Who’s Your Huckleberry?

Wild berries make wonderful jams and pies; they are abundant and free for the picking if you know where to look. // Photography courtesy of Thinkstock
Ripe berries

The West Michigan shoreline has a history of being the Fruit Belt of the Great Lakes. But did you know there is a bounty of wild fruits that can be foraged in fields and along the trails that will delight your taste buds?

Many people have stumbled upon wild versions of the strawberry, blueberry and raspberry while playing in the summer sunshine, but here are a few others that can be added to your foraging harvest basket!

Mulberries: Mulberry trees are common along trails and grow feral in cities and parks. They yield a dark, jammy berry that most likely you’ve seen smushed on the sidewalk. The mulberry can be mixed with strawberries for a delicious mixed-berry pie or mashed into an iced mulberry slushie with maple syrup and a foraged peppermint garnish.

The mulberry can be mixed with strawberries for a delicious mixed-berry pie or mashed into an iced mulberry slushie.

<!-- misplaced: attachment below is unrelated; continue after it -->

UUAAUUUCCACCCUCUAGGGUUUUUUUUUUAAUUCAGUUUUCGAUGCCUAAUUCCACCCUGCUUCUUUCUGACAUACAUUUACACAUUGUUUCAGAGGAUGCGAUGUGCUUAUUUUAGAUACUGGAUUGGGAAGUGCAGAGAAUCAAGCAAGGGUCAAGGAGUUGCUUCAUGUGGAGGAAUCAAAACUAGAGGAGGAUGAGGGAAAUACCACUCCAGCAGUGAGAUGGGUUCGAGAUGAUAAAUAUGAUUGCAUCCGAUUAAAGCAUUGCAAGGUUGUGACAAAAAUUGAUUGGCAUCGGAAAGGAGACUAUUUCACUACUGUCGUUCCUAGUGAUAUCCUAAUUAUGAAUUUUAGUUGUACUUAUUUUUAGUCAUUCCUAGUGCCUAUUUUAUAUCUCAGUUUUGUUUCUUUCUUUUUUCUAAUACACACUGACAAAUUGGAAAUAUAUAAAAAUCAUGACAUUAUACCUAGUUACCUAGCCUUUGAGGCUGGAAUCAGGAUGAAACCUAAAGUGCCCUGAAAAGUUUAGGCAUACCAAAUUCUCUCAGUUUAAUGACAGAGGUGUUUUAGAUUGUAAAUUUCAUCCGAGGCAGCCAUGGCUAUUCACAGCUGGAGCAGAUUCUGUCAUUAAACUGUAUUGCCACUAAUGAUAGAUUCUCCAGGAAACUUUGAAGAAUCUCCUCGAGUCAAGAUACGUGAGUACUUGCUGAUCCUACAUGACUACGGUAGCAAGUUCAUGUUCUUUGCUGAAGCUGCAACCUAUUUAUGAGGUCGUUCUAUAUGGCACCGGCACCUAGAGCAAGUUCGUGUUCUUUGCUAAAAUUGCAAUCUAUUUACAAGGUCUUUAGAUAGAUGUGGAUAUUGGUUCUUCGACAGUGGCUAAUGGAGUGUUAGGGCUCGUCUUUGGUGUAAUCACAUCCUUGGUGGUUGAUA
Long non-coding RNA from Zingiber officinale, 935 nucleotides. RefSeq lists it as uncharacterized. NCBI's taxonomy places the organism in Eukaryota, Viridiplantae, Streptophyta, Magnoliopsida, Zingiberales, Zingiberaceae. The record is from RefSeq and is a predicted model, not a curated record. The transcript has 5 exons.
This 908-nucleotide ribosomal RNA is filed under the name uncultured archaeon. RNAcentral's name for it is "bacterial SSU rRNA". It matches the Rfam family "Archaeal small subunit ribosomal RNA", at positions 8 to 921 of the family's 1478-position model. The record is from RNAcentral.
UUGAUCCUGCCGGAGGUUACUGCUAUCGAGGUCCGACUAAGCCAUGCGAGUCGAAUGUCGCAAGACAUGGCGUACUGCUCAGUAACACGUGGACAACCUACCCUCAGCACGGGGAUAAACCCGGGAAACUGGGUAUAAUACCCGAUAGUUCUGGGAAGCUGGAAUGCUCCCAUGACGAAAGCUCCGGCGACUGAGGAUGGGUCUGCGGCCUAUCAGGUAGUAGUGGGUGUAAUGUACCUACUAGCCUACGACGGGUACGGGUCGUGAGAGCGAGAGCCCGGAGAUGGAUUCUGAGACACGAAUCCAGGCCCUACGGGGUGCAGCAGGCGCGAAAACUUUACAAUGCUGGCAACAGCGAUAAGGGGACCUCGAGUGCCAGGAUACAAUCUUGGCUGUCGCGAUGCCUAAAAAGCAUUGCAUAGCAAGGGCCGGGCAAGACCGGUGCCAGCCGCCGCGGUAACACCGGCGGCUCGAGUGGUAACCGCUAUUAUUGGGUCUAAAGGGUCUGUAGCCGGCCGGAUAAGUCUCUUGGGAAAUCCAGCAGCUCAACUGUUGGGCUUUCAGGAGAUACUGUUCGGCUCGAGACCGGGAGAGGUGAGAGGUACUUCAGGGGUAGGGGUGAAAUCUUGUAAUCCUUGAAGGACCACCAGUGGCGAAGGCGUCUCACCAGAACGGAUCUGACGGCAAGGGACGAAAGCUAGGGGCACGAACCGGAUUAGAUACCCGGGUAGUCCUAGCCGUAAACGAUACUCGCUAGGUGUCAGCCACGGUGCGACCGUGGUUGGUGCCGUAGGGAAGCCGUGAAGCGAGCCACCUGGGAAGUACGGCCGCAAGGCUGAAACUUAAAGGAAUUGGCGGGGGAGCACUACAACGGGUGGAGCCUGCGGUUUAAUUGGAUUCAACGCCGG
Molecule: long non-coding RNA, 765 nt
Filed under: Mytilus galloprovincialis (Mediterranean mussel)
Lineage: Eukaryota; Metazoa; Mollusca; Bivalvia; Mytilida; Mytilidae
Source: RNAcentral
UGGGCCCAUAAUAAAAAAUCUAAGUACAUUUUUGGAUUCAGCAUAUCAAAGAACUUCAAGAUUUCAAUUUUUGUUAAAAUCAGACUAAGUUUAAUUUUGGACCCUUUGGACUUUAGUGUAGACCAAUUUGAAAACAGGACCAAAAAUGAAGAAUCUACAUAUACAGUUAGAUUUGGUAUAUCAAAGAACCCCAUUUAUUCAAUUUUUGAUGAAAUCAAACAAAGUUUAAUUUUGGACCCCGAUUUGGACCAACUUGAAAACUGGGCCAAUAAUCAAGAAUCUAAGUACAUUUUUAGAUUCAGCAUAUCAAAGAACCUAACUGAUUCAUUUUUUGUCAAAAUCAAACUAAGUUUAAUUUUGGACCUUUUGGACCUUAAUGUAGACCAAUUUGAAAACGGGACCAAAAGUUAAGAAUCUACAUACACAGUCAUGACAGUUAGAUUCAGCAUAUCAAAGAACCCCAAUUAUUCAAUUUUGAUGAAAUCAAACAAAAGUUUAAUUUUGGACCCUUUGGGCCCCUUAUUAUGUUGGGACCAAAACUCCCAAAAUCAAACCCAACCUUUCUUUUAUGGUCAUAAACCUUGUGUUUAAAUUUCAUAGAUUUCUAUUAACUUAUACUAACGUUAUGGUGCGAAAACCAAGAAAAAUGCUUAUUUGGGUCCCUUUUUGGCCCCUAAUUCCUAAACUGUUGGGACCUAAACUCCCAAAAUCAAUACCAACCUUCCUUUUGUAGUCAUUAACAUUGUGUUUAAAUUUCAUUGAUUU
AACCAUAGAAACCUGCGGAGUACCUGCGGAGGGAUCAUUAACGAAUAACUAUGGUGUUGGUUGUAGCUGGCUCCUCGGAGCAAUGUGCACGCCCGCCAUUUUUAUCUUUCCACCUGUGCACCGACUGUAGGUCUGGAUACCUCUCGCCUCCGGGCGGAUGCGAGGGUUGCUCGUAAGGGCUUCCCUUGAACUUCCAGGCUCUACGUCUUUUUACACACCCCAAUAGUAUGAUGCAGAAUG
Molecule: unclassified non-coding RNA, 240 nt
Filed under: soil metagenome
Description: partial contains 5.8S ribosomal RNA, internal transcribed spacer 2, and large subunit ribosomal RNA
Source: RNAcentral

Gooseberries: Gooseberries (or currants) grow wildly in midsummer, singly or in clusters, and range in color from a translucent gold to bright red and dark black. They are readily found across Michigan, usually along walking trails in the dappled shade. Gooseberries can be transformed into mixed berry fruit tarts, pate de fruits and the classic French clafoutis. Use the wild, black gooseberries to create a foraged crème de cassis for the cocktail cart.

Huckleberries: The huckleberry harvest peaks in August along the northern Michigan shoreline toward Harbor Springs and further north. The berry will be blue to nearly black and can range in size from ¼-¾-inch in diameter, borne singly or in small clusters. This dark berry can be sought out in rocky outcrops, bogs and sunny open fields. Enjoy the huckleberry in a milkshake or in a huckleberry margarita (puréed berries, good tequila and on the rocks with salt).


Thimbleberries: The thimbleberry is similar in appearance to its cousins the raspberry and blackberry, and grows wild along trails of the northern Michigan landscape. The thimbleberry has white flowers in late spring that develop into soft red fruit that is up to ¾-inch across in late summer. The fruit grows in clusters and is seedy, tart and soft; it resembles a wide raspberry.

The thimbleberry makes delicious crumbles, pies and muffins; and the fruits make a delicious jam and fruit leather. A simple thimbleberry syrup can flavor mixed drinks, champagnes and refreshing homemade sodas.

When you do find these delightful berries, you not only will have a delicious snack, but you’ll have cracked the code to the secret Pure Michigan summers that few know about.

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